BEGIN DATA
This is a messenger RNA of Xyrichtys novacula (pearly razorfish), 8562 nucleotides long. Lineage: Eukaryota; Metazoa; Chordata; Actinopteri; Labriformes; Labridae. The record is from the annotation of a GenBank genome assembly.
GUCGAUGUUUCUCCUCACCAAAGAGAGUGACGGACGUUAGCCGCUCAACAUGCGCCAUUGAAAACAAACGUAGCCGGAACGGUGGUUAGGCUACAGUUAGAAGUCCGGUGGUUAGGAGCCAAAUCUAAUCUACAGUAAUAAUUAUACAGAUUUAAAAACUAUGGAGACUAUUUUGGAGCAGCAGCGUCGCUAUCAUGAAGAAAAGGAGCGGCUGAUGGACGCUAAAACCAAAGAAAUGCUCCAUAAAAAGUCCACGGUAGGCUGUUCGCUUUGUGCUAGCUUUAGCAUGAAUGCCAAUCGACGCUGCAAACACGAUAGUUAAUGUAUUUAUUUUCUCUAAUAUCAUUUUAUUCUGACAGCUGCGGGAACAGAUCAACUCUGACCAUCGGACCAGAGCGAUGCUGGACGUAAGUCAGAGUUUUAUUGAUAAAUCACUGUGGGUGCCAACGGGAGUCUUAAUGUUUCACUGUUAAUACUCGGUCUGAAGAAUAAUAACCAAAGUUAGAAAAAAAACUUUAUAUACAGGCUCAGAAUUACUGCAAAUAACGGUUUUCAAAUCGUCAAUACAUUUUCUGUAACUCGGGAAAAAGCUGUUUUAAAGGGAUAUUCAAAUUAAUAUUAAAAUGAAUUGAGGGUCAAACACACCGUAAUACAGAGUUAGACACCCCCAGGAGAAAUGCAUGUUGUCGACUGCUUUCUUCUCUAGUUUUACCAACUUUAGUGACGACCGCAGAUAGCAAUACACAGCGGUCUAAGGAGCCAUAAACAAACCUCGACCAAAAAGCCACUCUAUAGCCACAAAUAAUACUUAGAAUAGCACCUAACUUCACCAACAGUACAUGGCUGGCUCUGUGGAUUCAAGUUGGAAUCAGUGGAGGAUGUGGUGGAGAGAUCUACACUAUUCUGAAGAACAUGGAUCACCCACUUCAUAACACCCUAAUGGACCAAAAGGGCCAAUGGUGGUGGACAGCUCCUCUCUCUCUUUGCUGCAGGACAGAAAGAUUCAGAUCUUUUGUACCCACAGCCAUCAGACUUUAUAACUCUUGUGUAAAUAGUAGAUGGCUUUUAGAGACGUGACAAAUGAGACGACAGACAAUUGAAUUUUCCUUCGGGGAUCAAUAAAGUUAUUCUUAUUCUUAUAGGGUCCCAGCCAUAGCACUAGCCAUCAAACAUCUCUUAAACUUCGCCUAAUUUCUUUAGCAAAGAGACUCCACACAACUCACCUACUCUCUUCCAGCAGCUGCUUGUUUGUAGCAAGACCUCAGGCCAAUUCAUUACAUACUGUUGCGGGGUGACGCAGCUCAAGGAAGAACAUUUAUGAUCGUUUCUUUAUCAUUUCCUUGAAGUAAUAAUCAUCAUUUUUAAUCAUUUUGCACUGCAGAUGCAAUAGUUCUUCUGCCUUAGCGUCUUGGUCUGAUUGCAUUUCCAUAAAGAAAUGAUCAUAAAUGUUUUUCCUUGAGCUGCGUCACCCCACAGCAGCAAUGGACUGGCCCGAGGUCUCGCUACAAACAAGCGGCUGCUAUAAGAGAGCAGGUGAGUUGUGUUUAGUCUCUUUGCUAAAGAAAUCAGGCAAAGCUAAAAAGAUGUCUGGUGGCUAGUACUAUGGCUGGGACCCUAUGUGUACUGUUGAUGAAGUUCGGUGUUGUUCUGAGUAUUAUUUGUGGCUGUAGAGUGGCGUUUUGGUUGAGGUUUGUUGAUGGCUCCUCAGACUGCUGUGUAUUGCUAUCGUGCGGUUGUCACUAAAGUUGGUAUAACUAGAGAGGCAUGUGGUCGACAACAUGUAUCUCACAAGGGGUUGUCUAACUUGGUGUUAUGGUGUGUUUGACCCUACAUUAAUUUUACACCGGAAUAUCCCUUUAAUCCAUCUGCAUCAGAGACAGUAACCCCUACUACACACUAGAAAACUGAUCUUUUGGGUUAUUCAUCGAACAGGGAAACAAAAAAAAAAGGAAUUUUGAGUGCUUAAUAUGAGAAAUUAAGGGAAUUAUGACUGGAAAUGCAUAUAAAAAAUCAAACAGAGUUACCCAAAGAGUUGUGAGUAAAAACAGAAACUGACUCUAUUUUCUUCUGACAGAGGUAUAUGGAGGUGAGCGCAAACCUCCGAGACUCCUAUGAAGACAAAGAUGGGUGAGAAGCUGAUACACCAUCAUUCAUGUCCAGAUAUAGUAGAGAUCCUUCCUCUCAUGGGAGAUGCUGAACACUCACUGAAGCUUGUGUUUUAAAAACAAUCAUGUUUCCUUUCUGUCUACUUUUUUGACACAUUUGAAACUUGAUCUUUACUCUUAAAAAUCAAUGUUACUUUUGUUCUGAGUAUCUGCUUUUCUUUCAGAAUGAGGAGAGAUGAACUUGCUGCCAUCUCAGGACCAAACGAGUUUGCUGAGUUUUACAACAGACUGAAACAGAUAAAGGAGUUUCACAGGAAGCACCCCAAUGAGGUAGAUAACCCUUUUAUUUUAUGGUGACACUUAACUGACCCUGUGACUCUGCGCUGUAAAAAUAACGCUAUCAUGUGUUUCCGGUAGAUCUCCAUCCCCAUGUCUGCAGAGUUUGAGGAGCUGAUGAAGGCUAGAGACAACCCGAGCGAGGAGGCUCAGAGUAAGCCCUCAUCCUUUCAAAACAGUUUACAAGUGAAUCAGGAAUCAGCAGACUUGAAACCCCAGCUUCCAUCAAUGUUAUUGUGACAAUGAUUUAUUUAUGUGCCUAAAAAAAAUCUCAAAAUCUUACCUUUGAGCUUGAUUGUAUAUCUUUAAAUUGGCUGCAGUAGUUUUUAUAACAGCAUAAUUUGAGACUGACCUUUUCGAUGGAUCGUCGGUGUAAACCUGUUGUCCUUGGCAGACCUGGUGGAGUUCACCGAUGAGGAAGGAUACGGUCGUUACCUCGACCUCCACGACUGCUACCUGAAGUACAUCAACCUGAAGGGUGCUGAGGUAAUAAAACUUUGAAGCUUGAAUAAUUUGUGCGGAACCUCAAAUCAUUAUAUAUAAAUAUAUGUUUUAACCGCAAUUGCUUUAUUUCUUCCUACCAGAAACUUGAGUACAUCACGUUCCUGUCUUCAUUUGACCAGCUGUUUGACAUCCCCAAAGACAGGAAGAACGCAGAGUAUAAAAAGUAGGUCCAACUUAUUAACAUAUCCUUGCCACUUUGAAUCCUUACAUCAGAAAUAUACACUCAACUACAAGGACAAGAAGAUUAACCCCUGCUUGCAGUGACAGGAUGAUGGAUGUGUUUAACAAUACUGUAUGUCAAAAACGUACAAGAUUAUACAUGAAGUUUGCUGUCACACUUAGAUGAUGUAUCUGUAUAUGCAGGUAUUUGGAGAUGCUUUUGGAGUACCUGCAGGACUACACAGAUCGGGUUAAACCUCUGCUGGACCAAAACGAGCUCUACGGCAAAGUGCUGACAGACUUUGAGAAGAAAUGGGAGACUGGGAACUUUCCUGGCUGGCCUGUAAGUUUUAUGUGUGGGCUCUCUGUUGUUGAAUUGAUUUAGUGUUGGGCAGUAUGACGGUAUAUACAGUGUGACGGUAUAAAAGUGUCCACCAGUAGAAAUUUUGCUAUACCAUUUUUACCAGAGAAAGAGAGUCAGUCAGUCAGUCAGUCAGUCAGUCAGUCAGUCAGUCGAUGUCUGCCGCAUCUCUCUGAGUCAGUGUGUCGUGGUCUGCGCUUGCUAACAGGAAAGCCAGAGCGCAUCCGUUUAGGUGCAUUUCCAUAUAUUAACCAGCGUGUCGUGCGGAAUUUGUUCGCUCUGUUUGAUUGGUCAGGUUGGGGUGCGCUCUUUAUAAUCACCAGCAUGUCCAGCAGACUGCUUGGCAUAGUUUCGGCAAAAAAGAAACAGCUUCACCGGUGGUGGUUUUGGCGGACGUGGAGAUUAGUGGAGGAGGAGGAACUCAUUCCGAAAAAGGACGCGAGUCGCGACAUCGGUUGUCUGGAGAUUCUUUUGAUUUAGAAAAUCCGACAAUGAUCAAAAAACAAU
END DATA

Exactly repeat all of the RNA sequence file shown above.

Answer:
This is a messenger RNA of Xyrichtys novacula (pearly razorfish), 8562 nucleotides long. Lineage: Eukaryota; Metazoa; Chordata; Actinopteri; Labriformes; Labridae. The record is from the annotation of a GenBank genome assembly.
GUCGAUGUUUCUCCUCACCAAAGAGAGUGACGGACGUUAGCCGCUCAACAUGCGCCAUUGAAAACAAACGUAGCCGGAACGGUGGUUAGGCUACAGUUAGAAGUCCGGUGGUUAGGAGCCAAAUCUAAUCUACAGUAAUAAUUAUACAGAUUUAAAAACUAUGGAGACUAUUUUGGAGCAGCAGCGUCGCUAUCAUGAAGAAAAGGAGCGGCUGAUGGACGCUAAAACCAAAGAAAUGCUCCAUAAAAAGUCCACGGUAGGCUGUUCGCUUUGUGCUAGCUUUAGCAUGAAUGCCAAUCGACGCUGCAAACACGAUAGUUAAUGUAUUUAUUUUCUCUAAUAUCAUUUUAUUCUGACAGCUGCGGGAACAGAUCAACUCUGACCAUCGGACCAGAGCGAUGCUGGACGUAAGUCAGAGUUUUAUUGAUAAAUCACUGUGGGUGCCAACGGGAGUCUUAAUGUUUCACUGUUAAUACUCGGUCUGAAGAAUAAUAACCAAAGUUAGAAAAAAAACUUUAUAUACAGGCUCAGAAUUACUGCAAAUAACGGUUUUCAAAUCGUCAAUACAUUUUCUGUAACUCGGGAAAAAGCUGUUUUAAAGGGAUAUUCAAAUUAAUAUUAAAAUGAAUUGAGGGUCAAACACACCGUAAUACAGAGUUAGACACCCCCAGGAGAAAUGCAUGUUGUCGACUGCUUUCUUCUCUAGUUUUACCAACUUUAGUGACGACCGCAGAUAGCAAUACACAGCGGUCUAAGGAGCCAUAAACAAACCUCGACCAAAAAGCCACUCUAUAGCCACAAAUAAUACUUAGAAUAGCACCUAACUUCACCAACAGUACAUGGCUGGCUCUGUGGAUUCAAGUUGGAAUCAGUGGAGGAUGUGGUGGAGAGAUCUACACUAUUCUGAAGAACAUGGAUCACCCACUUCAUAACACCCUAAUGGACCAAAAGGGCCAAUGGUGGUGGACAGCUCCUCUCUCUCUUUGCUGCAGGACAGAAAGAUUCAGAUCUUUUGUACCCACAGCCAUCAGACUUUAUAACUCUUGUGUAAAUAGUAGAUGGCUUUUAGAGACGUGACAAAUGAGACGACAGACAAUUGAAUUUUCCUUCGGGGAUCAAUAAAGUUAUUCUUAUUCUUAUAGGGUCCCAGCCAUAGCACUAGCCAUCAAACAUCUCUUAAACUUCGCCUAAUUUCUUUAGCAAAGAGACUCCACACAACUCACCUACUCUCUUCCAGCAGCUGCUUGUUUGUAGCAAGACCUCAGGCCAAUUCAUUACAUACUGUUGCGGGGUGACGCAGCUCAAGGAAGAACAUUUAUGAUCGUUUCUUUAUCAUUUCCUUGAAGUAAUAAUCAUCAUUUUUAAUCAUUUUGCACUGCAGAUGCAAUAGUUCUUCUGCCUUAGCGUCUUGGUCUGAUUGCAUUUCCAUAAAGAAAUGAUCAUAAAUGUUUUUCCUUGAGCUGCGUCACCCCACAGCAGCAAUGGACUGGCCCGAGGUCUCGCUACAAACAAGCGGCUGCUAUAAGAGAGCAGGUGAGUUGUGUUUAGUCUCUUUGCUAAAGAAAUCAGGCAAAGCUAAAAAGAUGUCUGGUGGCUAGUACUAUGGCUGGGACCCUAUGUGUACUGUUGAUGAAGUUCGGUGUUGUUCUGAGUAUUAUUUGUGGCUGUAGAGUGGCGUUUUGGUUGAGGUUUGUUGAUGGCUCCUCAGACUGCUGUGUAUUGCUAUCGUGCGGUUGUCACUAAAGUUGGUAUAACUAGAGAGGCAUGUGGUCGACAACAUGUAUCUCACAAGGGGUUGUCUAACUUGGUGUUAUGGUGUGUUUGACCCUACAUUAAUUUUACACCGGAAUAUCCCUUUAAUCCAUCUGCAUCAGAGACAGUAACCCCUACUACACACUAGAAAACUGAUCUUUUGGGUUAUUCAUCGAACAGGGAAACAAAAAAAAAAGGAAUUUUGAGUGCUUAAUAUGAGAAAUUAAGGGAAUUAUGACUGGAAAUGCAUAUAAAAAAUCAAACAGAGUUACCCAAAGAGUUGUGAGUAAAAACAGAAACUGACUCUAUUUUCUUCUGACAGAGGUAUAUGGAGGUGAGCGCAAACCUCCGAGACUCCUAUGAAGACAAAGAUGGGUGAGAAGCUGAUACACCAUCAUUCAUGUCCAGAUAUAGUAGAGAUCCUUCCUCUCAUGGGAGAUGCUGAACACUCACUGAAGCUUGUGUUUUAAAAACAAUCAUGUUUCCUUUCUGUCUACUUUUUUGACACAUUUGAAACUUGAUCUUUACUCUUAAAAAUCAAUGUUACUUUUGUUCUGAGUAUCUGCUUUUCUUUCAGAAUGAGGAGAGAUGAACUUGCUGCCAUCUCAGGACCAAACGAGUUUGCUGAGUUUUACAACAGACUGAAACAGAUAAAGGAGUUUCACAGGAAGCACCCCAAUGAGGUAGAUAACCCUUUUAUUUUAUGGUGACACUUAACUGACCCUGUGACUCUGCGCUGUAAAAAUAACGCUAUCAUGUGUUUCCGGUAGAUCUCCAUCCCCAUGUCUGCAGAGUUUGAGGAGCUGAUGAAGGCUAGAGACAACCCGAGCGAGGAGGCUCAGAGUAAGCCCUCAUCCUUUCAAAACAGUUUACAAGUGAAUCAGGAAUCAGCAGACUUGAAACCCCAGCUUCCAUCAAUGUUAUUGUGACAAUGAUUUAUUUAUGUGCCUAAAAAAAAUCUCAAAAUCUUACCUUUGAGCUUGAUUGUAUAUCUUUAAAUUGGCUGCAGUAGUUUUUAUAACAGCAUAAUUUGAGACUGACCUUUUCGAUGGAUCGUCGGUGUAAACCUGUUGUCCUUGGCAGACCUGGUGGAGUUCACCGAUGAGGAAGGAUACGGUCGUUACCUCGACCUCCACGACUGCUACCUGAAGUACAUCAACCUGAAGGGUGCUGAGGUAAUAAAACUUUGAAGCUUGAAUAAUUUGUGCGGAACCUCAAAUCAUUAUAUAUAAAUAUAUGUUUUAACCGCAAUUGCUUUAUUUCUUCCUACCAGAAACUUGAGUACAUCACGUUCCUGUCUUCAUUUGACCAGCUGUUUGACAUCCCCAAAGACAGGAAGAACGCAGAGUAUAAAAAGUAGGUCCAACUUAUUAACAUAUCCUUGCCACUUUGAAUCCUUACAUCAGAAAUAUACACUCAACUACAAGGACAAGAAGAUUAACCCCUGCUUGCAGUGACAGGAUGAUGGAUGUGUUUAACAAUACUGUAUGUCAAAAACGUACAAGAUUAUACAUGAAGUUUGCUGUCACACUUAGAUGAUGUAUCUGUAUAUGCAGGUAUUUGGAGAUGCUUUUGGAGUACCUGCAGGACUACACAGAUCGGGUUAAACCUCUGCUGGACCAAAACGAGCUCUACGGCAAAGUGCUGACAGACUUUGAGAAGAAAUGGGAGACUGGGAACUUUCCUGGCUGGCCUGUAAGUUUUAUGUGUGGGCUCUCUGUUGUUGAAUUGAUUUAGUGUUGGGCAGUAUGACGGUAUAUACAGUGUGACGGUAUAAAAGUGUCCACCAGUAGAAAUUUUGCUAUACCAUUUUUACCAGAGAAAGAGAGUCAGUCAGUCAGUCAGUCAGUCAGUCAGUCAGUCAGUCGAUGUCUGCCGCAUCUCUCUGAGUCAGUGUGUCGUGGUCUGCGCUUGCUAACAGGAAAGCCAGAGCGCAUCCGUUUAGGUGCAUUUCCAUAUAUUAACCAGCGUGUCGUGCGGAAUUUGUUCGCUCUGUUUGAUUGGUCAGGUUGGGGUGCGCUCUUUAUAAUCACCAGCAUGUCCAGCAGACUGCUUGGCAUAGUUUCGGCAAAAAAGAAACAGCUUCACCGGUGGUGGUUUUGGCGGACGUGGAGAUUAGUGGAGGAGGAGGAACUCAUUCCGAAAAAGGACGCGAGUCGCGACAUCGGUUGUCUGGAGAUUCUUUUGAUUUAGAAAAUCCGACAAUGAUCAAAAAACAAU